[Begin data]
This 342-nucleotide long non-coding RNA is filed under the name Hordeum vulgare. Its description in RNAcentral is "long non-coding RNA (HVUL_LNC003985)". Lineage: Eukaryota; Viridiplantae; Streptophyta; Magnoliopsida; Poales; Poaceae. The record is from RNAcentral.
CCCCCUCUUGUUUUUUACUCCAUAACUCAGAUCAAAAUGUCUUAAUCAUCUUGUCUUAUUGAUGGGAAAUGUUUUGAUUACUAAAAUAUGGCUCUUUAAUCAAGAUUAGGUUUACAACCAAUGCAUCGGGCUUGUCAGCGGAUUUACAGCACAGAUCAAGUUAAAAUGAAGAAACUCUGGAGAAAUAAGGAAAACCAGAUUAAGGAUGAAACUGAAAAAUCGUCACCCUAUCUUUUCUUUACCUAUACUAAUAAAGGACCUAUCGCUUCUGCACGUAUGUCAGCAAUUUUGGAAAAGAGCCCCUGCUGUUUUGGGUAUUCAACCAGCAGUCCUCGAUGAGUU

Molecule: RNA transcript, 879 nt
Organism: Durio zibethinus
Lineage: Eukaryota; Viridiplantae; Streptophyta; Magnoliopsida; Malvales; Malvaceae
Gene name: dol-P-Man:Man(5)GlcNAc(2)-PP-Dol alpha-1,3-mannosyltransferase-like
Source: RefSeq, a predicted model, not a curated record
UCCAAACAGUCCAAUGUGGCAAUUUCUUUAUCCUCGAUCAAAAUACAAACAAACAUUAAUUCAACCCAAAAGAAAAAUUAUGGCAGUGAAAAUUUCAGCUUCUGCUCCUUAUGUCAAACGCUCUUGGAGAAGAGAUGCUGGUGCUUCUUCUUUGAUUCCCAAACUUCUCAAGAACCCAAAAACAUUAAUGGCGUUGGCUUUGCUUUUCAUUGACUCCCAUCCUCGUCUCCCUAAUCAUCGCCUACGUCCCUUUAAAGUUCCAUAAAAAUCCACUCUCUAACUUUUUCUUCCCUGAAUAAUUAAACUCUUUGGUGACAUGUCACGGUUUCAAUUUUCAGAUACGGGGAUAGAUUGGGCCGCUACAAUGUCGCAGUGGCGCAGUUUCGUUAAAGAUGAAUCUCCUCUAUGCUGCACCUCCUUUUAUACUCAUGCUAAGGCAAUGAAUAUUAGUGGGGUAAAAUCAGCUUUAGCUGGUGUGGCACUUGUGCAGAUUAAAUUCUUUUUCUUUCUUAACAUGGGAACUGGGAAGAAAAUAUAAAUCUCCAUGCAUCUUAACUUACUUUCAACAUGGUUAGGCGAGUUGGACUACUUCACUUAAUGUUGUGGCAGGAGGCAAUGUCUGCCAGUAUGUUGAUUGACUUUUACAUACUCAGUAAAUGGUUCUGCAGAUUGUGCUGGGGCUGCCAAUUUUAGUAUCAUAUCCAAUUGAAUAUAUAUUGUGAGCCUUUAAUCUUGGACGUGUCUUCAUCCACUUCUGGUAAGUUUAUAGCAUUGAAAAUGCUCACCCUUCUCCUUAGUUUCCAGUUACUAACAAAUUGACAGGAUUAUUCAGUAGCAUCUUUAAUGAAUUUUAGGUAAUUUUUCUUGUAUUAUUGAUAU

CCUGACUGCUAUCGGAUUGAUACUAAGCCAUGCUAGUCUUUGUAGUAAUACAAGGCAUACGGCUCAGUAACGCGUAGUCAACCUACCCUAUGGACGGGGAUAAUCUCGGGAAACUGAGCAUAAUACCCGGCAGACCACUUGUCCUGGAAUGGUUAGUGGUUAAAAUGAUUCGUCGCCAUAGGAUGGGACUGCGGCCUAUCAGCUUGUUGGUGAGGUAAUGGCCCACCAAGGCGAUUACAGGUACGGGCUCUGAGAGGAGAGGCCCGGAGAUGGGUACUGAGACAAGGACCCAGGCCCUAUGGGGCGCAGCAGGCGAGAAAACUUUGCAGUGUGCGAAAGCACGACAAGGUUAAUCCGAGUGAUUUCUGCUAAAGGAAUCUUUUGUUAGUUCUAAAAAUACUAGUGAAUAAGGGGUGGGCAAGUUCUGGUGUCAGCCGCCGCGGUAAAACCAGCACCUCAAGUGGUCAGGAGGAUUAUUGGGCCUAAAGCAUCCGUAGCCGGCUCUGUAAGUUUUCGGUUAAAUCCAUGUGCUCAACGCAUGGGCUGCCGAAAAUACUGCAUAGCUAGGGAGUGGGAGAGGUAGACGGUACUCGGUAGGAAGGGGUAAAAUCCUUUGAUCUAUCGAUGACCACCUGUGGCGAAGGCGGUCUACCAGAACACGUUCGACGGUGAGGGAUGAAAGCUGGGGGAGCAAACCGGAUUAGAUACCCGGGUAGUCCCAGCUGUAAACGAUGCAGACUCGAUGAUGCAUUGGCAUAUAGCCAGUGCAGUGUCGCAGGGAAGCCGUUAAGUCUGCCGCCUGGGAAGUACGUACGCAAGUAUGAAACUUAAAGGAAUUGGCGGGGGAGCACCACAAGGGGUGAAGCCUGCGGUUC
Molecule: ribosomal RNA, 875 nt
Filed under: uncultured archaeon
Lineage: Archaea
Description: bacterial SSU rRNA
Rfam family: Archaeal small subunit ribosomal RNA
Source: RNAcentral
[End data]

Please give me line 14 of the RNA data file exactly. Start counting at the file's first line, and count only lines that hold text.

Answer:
Rfam family: Archaeal small subunit ribosomal RNA